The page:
While I was cruising the Entertainment Weekly site this morning, a headline popped out at me. It was called the Thirty Best Movie Opening Scenes. So of course being the curious cat that I am, I decided to investigate. Most of the movies I had seen before and would have to agree that the opening hooked you immediately and you were on board for the rest of the movie. So it had me thinking about beginnings of books and how important it is to "hook" the reader right from the get go.
When I teach young children about writing, I devote a bunch of lessons on "good beginnings". I teach them about the "dialogue beginning", the "setting beginning", and the "action beginning". I spend a lot of time talking to them about the "hook". What I find ironic is that while I am all about decomposing writing for children and having them go step by step into a finished piece, I don't think about author's craft at all while I am actually writing. I just right. So am I a hypocrite? Am I doing children a disservice by teaching writing in a technical way? Or am I giving them the tools, so that when they do become accomplished writers, all of these techniques are in their writing repertoire that can be unconsciously called upon at a moments notice.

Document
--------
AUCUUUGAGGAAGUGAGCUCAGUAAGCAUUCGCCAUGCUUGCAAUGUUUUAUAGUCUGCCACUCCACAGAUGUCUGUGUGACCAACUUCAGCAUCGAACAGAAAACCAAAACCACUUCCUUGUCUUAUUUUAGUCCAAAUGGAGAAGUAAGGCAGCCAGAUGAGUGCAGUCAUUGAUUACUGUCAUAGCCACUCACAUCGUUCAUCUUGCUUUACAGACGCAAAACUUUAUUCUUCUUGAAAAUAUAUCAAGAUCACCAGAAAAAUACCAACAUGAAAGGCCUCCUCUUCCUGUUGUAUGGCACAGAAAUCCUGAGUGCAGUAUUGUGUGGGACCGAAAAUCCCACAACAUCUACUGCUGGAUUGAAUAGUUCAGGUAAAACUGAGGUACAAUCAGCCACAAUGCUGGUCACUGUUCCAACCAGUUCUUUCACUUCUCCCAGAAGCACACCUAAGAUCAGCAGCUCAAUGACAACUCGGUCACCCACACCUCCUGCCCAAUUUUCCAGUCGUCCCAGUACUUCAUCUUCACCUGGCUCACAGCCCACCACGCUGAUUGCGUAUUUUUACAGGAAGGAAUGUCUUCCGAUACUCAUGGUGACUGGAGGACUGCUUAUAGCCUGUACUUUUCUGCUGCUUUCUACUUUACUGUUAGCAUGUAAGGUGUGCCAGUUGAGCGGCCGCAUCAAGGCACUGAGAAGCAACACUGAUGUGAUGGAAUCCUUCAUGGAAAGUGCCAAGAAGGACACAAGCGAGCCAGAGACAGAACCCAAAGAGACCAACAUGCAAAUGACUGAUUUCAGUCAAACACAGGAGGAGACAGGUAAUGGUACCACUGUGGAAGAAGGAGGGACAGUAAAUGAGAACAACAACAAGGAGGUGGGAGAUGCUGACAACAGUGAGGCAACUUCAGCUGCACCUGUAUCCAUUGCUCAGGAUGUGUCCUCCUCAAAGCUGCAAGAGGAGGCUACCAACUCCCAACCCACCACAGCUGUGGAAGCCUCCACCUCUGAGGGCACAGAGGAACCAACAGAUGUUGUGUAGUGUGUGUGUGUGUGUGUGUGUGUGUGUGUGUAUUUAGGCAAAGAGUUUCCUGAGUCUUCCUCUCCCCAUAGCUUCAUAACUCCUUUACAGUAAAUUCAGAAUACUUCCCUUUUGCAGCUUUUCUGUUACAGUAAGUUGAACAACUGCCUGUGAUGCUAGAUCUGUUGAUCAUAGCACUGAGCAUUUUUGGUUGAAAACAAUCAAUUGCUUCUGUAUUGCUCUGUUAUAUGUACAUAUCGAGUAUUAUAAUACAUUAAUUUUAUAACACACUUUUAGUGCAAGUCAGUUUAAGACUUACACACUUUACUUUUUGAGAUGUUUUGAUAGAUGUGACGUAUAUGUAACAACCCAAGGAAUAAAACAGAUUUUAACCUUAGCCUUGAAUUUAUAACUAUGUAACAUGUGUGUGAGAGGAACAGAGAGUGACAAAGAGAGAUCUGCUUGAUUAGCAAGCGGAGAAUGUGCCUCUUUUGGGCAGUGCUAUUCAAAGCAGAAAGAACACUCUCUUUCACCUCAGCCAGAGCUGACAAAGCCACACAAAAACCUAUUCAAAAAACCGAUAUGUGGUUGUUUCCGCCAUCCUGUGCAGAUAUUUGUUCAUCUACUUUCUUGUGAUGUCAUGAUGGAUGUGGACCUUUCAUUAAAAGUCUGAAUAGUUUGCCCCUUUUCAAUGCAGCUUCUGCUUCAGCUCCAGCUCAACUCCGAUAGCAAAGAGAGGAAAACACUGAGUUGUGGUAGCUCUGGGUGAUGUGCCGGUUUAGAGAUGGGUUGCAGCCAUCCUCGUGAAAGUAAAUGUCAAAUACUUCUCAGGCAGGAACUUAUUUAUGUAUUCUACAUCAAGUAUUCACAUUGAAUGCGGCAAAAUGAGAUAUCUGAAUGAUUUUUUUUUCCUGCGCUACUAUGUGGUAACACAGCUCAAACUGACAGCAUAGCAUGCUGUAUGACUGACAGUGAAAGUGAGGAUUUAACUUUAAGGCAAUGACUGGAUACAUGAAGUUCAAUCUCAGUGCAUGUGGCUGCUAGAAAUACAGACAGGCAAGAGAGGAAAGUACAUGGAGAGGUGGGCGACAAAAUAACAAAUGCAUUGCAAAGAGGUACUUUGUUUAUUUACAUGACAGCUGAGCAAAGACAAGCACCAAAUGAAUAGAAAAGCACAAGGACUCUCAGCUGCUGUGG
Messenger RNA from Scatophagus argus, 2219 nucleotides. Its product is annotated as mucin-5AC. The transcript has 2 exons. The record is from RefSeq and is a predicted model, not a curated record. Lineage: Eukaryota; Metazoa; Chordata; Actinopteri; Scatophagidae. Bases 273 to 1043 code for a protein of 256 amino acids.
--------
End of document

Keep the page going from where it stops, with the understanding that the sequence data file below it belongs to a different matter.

Do you think about craft while you write, or edit, or revise? Or not at all?
That's all for this morning, I have an absolutely killer headache.